On August 12th Dylan Wykes will line up at the start of a marathon just like he has many times before, but two things will be different. The first, it will be at the Olympic Games. The second, it’s a race he was never supposed to run.
The story starts long before London. Back in the fall of 2011, Wykes was in Toronto trying to qualify for the Olympics. But as he describes it, it wasn’t that he “just needed to get on the line and do it.” He had to beat his personal best by over a minute, which in the marathon world is akin to sprinting the last 50 metres of an Everest climb. A simple sounding proposition, but really a serious challenge. In the end, he fell an agonizing minute and a half short of the elusive qualifying mark that haunts Canadian runners in their dreams – 2:11:30.
For those not in the know, the marathon is truly an exercise in punishment. Bodies have been known to completely shut down metres from the finish. It’s been that way ever since Pheidippides ran straight back to Athens from the Battle of Marathon only to collapse and die on the Senate floor just after yelling “victory” – or so the legend goes. So needless to say, a recovery period is in order.
Unlike the daily grind of baseball or weekly slate of a football season, the marathoner spends months building up to a particular race, training their body to peak at just the right moment. Stride after stride, minute after minute their feet slap the pavement in anticipation of the finish line, knowing their opportunities to shine are few and far between.
So, after the race in Toronto, Wykes rested and regrouped before setting his sights on a race at Lake Biwa in Japan. But even worse than falling short in the big smoke, he ate something funny the day before and had to drop out around the 30 kilometre mark with abdominal problems. Not quite the tragedy that befell poor Pheidippides, but a crushing experience nonetheless.
With the window for qualification nearly closed, Wykes looked finished, and the dream of London looked over. Quietly though, Wykes was preparing to do something that caught the Canadian running community completely off-guard. He went on the hunt for any credible race that would take him.
“I just told people I was done, I wasn’t going to try and qualify anymore, then I changed my mind but decided not to tell people,” he laughs.
“I had to scramble to find another race, and the race I got into was Rotterdam. That was a last ditch chance – my third try at it.”
But this wasn’t a pick-up basketball game, it was a marathon. Not something meant to be run on a whim. Rotterdam started five weeks after the Lake Biwa debacle – not even close to the typical recovery time for a marathon, even if it had been cut short.
His former coach Steve Boyd recognized the unique nature of the situation. “It is certainly unconventional, and there is no way Dylan would have done it if circumstances had been different. The odds of successfully doing what he did are quite long.”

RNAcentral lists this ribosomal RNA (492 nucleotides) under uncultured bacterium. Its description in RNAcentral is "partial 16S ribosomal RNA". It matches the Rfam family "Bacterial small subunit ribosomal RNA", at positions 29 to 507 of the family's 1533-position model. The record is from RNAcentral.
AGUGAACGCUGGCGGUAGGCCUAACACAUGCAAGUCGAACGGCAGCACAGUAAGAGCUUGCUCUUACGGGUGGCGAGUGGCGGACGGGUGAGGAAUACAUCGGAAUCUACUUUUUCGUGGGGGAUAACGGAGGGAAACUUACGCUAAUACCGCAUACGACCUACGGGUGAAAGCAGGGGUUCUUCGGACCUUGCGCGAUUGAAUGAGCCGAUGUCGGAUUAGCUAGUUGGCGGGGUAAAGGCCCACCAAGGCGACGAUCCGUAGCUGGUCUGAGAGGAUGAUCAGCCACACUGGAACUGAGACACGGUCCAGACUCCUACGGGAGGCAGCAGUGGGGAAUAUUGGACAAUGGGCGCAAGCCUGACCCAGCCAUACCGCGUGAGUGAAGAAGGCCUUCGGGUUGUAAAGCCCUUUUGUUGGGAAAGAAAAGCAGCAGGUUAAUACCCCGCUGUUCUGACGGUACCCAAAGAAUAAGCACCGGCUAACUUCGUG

But the odds be damned. He went ahead and raced anyway. He just had no interest in talking about it, at least not with a media he felt had only suddenly taken interest.
“The publicity for distance running in Canada is not very big,” Wykes said. “I’ve grown up in the sport and got zero attention my whole life, and a little bit of attention was kind of this new dynamic. People were really interested in the race in Toronto and then when I was going to Japan, a bunch of people wanted to interview me before. I just like the performance to do the talking and not try and talk about what I’m going to do.”
So Wykes quietly stole away to Holland, telling nearly no one about his plans – at least not in English.
The day before the race, he and teammate (and fellow coffee aficionado) Rob Watson were relaxing in a Rotterdam café. Noted by only a few in the running community, Watson let word slip via Twitter:
— Dylan Wykes (@DylanWykes) April 13, 2012
Or if you can’t speak Dutch: “I’m here for the race. And that coffee was small.”
And so it began.
Incredibly though, even Rotterdam – his last ditch chance – started off on the wrong foot.
“It was kind of funny, I fell like two steps into the race, because we were super packed in there and I fell flat on my face and thought, oh this is not a good start.”
Funny in retrospect, but hardly believing his bad luck at the time Wykes picked himself up and started back on, trying to hang with a group of pace setters – or “rabbits” – that were leading out a Dutchman on his qualifying quest. Knowing these pace-setters represented his best hope of qualifying, he hung tough, pushing his body harder than he’d ever done, even despite fatigue taking hold of him.
Finally, after hammering the pavement for a couple hours, his weary body eventually crossed the line at 2:10:47. The journey was complete, the time achieved. Wykes, with a dogged determination, had fulfilled his dream of qualifying for the Olympics.
And so the mission was accomplished, and the only thing left was an attempted celebration with his teammate. “We tried to go out and party a bit afterwards,” Watson said. “But we were just too fried and tired from the race. So we had a couple beers then called it a night.”
Turns out there are some things the body just can’t handle after all.